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I have two functions like below,

func1 = function(){
    console.log("func1 is called"); 
}

func2 = function(){
    console.log("func2 is called");
    setTimeout(func1(),10000) 
}

When I make a call like func2(). I get the output but not the expected one.As you can see I have used a setTimeout() in func2 and I expect some delay as specified before func1 gets executed.

But no delay is observed both the lines gets printed to console at the same time. What am I doing wrong here or am I missing anything? Please help..

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marked as duplicate by Andy E, jahroy, JJPA, Sirko, Dimitri M Mar 4 '14 at 7:04

This question has been asked before and already has an answer. If those answers do not fully address your question, please ask a new question.

3 Answers 3

up vote 6 down vote accepted

When referencing a function, you need to leave off the brackets.

setTimeout(func1,10000);
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Thanks a lot Andy. –  JJPA Mar 29 '13 at 9:08

You could also specify an anonymous function :

setTimeout(function(){func1();},10000);
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2  
This is not needed, leaving the parentheses does the trick aswell. And is more readable then a anonymous function. –  RvdK Mar 29 '13 at 9:05
    
Yes, you are both right, but it is also a valid solution. –  sdespont Mar 29 '13 at 9:06
2  
But still a redundant one in this case; there's no gain unless you want to pass arguments to the function. –  Andy E Mar 29 '13 at 9:10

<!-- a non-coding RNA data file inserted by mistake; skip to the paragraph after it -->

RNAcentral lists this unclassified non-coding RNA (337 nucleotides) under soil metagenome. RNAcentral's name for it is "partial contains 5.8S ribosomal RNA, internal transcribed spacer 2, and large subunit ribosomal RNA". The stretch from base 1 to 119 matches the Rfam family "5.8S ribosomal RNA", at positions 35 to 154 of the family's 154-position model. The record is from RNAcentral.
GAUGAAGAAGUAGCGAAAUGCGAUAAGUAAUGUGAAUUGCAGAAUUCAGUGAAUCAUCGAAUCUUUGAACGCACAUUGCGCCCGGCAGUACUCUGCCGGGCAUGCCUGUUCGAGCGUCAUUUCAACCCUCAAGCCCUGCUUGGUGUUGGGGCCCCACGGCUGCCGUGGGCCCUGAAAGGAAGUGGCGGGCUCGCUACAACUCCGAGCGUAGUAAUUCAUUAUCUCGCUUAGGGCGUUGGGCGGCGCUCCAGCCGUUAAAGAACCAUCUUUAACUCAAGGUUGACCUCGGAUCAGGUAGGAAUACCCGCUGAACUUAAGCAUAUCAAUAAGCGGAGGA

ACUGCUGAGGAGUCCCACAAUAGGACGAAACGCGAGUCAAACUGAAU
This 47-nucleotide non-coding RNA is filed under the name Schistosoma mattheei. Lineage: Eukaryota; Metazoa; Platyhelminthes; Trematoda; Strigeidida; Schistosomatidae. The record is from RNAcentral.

@sdespont +1 thanks a lot.. –  JJPA Mar 29 '13 at 9:12
1  
@sdespont: I don't mean to offend, and in certain scenarios I may agree with you, but your answer promotes a somewhat poor practice of adding unnecessary bulk and inefficiencies to code. –  Andy E Mar 29 '13 at 9:22

Remove the parentheses after func1 in your call to setTimeout.

The setTimeout function expects a function reference.

Your code passes the result of invoking func1 to setTimeout() after printing an alert.

When parentheses follow the name of a function, they cause the function to be invoked.

func1 = function () {
    alert('func1 is called');
}

func2 = function(){
    console.log("func2 is called");
    // Invoke func1 and pass the return value (which is undefined) to setTimeout.  
    // An alert will be displayed immediately when func1 is invoked.
    setTimeout(func1(),10000) 
}

func2 = function(){
    console.log("func2 is called");
    // Pass a reference to func1 to setTimeout to be invoked later.
    setTimeout(func1,10000) 
}
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+1 thank you very much –  JJPA Mar 29 '13 at 9:12

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